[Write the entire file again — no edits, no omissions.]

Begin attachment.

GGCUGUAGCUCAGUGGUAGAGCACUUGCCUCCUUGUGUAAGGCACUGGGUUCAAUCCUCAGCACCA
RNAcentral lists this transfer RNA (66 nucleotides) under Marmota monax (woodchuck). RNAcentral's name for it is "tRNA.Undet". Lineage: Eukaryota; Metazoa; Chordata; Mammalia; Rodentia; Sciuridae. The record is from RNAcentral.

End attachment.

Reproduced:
GGCUGUAGCUCAGUGGUAGAGCACUUGCCUCCUUGUGUAAGGCACUGGGUUCAAUCCUCAGCACCA
RNAcentral lists this transfer RNA (66 nucleotides) under Marmota monax (woodchuck). RNAcentral's name for it is "tRNA.Undet". Lineage: Eukaryota; Metazoa; Chordata; Mammalia; Rodentia; Sciuridae. The record is from RNAcentral.